Three Singaporean men were allegedly detained for seven days in Johor and fined RM3,000 (S$942) each after their passports were found to be missing records of their entries into Malaysia, Shin Min Daily News (SMDN) reported.
The father of one of the men, who declined to reveal his name, told SMDN that his son, together with four friends, had driven into Johor Bahru via Woodlands Checkpoint at around 11am on May 7.
The group of men, whose ages range from 25 to 27, then toured around Johor and Kuala Lumpur for approximately five days.
At the end of their trip, one of the men decided to fly back to Singapore from Kuala Lumpur International Airport, while the other four men proceeded to drive back to Singapore from Johor Bahru.
While the former had no problem getting through immigration, the same could not be said for the other four men, who encountered a snag at the Johor checkpoint.
Detained and handcuffed
According to the father, when they tried driving back to Singapore at around 4pm on May 11, they were stopped by an officer at the customs booth, who pointed out that their passports had no record of them entering Malaysia as they were not stamped.
The father received a call then from his son, who was shocked at the turn of events, and was desperately trying to get help.
The father immediately called the Singapore Consulate-General in Johor Bahru for assistance, and was finally able to see his son two days later on May 13.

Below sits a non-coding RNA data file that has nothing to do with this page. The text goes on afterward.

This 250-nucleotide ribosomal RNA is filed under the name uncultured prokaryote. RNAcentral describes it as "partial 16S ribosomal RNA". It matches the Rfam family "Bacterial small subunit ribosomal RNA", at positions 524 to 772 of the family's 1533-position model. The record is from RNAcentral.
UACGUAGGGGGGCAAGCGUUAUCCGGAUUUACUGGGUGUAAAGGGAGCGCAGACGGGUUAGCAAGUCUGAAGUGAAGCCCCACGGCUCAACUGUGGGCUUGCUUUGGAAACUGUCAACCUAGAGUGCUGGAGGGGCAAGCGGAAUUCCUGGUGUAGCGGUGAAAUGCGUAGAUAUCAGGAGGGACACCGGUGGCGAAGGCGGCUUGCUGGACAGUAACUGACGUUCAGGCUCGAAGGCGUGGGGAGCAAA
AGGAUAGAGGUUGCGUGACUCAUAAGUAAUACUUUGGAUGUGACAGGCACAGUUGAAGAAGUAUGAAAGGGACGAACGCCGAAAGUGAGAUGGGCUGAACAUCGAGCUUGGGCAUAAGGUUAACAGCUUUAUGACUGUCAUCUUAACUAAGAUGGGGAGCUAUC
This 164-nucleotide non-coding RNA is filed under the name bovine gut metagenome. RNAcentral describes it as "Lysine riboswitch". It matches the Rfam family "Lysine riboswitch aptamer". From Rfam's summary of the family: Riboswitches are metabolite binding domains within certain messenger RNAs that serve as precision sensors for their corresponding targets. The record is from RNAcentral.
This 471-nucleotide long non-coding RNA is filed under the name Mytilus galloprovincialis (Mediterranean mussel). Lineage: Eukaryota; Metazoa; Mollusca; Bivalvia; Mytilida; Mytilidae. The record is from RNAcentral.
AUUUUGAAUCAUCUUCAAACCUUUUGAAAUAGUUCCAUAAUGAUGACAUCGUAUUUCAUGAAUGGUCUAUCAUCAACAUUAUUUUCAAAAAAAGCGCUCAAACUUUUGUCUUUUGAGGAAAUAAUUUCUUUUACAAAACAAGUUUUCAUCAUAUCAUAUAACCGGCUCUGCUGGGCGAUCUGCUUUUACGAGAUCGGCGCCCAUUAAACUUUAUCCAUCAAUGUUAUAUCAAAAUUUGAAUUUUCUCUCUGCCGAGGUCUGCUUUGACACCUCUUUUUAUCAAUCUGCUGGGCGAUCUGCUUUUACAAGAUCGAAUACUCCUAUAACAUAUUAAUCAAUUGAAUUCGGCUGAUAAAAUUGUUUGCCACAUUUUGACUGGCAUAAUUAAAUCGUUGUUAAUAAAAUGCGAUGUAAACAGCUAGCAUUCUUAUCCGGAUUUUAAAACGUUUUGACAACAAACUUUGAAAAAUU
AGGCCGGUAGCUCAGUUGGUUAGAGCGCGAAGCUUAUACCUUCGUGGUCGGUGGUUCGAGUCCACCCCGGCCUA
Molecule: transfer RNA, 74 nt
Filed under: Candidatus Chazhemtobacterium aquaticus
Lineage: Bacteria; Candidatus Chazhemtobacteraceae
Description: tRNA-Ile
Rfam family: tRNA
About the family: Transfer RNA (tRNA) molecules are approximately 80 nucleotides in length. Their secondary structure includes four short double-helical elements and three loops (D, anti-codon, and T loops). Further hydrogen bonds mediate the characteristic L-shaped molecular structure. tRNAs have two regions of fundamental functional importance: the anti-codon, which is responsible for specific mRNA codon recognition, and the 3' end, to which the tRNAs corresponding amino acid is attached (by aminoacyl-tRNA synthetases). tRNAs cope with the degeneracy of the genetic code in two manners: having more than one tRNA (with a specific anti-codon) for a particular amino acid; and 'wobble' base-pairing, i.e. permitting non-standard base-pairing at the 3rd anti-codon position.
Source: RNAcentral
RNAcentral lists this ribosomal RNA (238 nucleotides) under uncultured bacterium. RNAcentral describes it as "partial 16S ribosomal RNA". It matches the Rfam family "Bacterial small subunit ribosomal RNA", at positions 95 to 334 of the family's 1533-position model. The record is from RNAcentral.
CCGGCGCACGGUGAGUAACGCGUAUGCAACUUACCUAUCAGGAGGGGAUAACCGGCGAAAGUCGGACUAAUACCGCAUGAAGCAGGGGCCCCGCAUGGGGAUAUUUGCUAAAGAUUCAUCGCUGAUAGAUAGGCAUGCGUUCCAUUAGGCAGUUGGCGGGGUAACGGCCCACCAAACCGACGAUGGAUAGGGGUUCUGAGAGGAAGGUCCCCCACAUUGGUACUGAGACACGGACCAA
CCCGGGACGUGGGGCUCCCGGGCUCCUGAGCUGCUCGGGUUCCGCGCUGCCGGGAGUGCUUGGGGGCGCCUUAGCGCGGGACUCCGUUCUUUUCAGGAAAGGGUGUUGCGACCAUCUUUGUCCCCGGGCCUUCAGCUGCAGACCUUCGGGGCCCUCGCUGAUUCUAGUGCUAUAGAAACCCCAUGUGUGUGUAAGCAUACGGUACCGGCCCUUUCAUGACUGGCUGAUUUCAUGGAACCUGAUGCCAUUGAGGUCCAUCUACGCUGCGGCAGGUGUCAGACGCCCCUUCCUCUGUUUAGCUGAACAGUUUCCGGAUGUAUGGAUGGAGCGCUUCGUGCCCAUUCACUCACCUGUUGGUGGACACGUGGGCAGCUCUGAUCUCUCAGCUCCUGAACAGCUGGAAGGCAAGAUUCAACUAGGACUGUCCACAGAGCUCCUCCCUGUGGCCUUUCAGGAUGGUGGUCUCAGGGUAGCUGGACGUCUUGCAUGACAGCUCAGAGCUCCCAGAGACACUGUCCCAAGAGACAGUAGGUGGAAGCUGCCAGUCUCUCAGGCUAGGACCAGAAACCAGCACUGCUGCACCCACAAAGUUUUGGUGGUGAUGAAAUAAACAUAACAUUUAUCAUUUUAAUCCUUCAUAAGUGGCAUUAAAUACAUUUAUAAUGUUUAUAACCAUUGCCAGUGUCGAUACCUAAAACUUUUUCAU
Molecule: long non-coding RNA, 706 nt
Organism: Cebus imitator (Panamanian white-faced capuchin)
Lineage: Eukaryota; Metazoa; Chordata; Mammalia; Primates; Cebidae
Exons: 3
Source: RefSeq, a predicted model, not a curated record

He mentioned that he was sad to see his son in handcuffs when they met.
Had not checked passports to see if they were stamped
The father told SMDN that one of the four men was a Malaysian, and so he was allowed to go back to his home in Johor Bahru before coming back to the checkpoint to record a statement on May 16.
His son, along with the other two men, who were Singapore permanent residents, were then detained for seven days and fined RM3,000 (S$942) each.
They were eventually released on May 17.
The father produced a ticket received by his son, which indicated that he was detained for illegal immigration under Section 6(1)(c) of the Malaysian Immigration Act 1959/63.
The son told SMDN that they had tried explaining matters to the customs officer, but to no avail.
"When we entered Johor through the checkpoint and got our passports back from the officer, we did not check to see if they were stamped," he said.
Previously, a Singaporean family of six claimed they were asked for "kopi money" after they were accused of "illegal immigration" for their passports were not stamped by the customs officer.
In response, Johor Chief Minister Onn Hafiz Ghazi said he will "get the necessary authorities to investigate" the matter.
Top image by Sotong Goh via Woodland Checkpoint/Facebook